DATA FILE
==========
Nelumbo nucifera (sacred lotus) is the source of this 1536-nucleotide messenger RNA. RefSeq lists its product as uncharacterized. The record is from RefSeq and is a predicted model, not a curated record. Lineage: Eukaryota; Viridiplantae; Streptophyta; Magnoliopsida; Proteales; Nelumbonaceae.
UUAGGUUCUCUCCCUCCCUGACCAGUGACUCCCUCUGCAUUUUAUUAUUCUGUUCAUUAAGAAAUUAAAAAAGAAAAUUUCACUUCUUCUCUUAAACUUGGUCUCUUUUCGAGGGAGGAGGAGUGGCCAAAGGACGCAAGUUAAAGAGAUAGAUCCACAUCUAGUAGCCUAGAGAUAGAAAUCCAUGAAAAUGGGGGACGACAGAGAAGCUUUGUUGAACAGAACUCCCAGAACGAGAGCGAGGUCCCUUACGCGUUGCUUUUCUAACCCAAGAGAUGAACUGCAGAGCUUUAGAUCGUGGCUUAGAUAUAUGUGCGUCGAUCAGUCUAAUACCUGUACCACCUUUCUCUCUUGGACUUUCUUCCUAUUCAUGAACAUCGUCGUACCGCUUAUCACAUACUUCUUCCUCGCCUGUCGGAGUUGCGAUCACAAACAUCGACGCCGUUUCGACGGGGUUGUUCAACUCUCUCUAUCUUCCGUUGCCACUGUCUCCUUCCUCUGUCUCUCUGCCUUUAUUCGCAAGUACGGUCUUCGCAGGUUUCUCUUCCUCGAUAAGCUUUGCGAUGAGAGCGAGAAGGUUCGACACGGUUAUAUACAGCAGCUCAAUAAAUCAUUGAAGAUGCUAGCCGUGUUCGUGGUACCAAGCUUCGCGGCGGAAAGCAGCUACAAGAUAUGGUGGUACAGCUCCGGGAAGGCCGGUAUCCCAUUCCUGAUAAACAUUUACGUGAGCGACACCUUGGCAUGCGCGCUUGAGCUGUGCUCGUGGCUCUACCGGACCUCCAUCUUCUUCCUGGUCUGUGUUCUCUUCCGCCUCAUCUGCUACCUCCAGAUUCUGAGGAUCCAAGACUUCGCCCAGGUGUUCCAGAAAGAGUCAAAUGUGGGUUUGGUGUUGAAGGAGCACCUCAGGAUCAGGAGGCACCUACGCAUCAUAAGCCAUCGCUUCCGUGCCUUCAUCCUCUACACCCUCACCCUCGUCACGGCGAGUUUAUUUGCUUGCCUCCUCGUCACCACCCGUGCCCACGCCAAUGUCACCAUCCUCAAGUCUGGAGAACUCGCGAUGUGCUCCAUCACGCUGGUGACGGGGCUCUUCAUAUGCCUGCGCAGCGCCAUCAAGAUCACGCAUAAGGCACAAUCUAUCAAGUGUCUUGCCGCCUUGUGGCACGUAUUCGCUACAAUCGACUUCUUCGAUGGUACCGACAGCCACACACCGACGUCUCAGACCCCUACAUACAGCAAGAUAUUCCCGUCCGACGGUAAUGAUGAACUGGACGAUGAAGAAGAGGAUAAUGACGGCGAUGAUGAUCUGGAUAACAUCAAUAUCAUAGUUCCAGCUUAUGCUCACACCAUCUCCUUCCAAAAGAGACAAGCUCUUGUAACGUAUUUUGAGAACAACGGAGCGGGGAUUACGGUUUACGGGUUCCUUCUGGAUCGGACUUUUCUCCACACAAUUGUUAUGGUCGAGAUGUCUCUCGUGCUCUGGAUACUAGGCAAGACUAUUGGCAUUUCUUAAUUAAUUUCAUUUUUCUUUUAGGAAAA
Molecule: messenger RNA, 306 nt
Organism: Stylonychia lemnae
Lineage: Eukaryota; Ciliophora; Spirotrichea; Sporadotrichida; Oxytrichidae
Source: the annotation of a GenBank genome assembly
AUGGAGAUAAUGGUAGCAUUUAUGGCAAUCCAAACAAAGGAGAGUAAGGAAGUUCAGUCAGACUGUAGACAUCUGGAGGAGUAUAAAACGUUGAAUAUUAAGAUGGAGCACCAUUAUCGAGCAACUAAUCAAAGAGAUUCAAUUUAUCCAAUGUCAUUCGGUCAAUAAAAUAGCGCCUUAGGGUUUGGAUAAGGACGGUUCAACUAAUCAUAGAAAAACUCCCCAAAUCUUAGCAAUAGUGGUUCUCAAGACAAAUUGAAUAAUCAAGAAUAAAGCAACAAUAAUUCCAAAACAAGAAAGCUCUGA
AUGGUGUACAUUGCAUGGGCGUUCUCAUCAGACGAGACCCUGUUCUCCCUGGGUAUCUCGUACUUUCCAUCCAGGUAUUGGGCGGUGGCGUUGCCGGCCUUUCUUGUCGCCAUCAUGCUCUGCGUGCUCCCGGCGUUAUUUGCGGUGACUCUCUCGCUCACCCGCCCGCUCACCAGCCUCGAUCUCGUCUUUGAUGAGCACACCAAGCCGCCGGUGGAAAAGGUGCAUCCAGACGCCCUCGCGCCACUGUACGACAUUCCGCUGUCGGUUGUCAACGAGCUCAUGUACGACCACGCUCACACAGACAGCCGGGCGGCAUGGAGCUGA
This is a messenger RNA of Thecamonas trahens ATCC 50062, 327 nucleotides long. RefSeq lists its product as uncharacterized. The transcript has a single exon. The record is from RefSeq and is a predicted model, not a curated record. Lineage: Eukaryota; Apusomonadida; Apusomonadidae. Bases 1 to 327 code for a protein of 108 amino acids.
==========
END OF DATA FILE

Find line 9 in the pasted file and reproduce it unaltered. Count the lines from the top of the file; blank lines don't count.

This is a messenger RNA of Thecamonas trahens ATCC 50062, 327 nucleotides long. RefSeq lists its product as uncharacterized. The transcript has a single exon. The record is from RefSeq and is a predicted model, not a curated record. Lineage: Eukaryota; Apusomonadida; Apusomonadidae. Bases 1 to 327 code for a protein of 108 amino acids.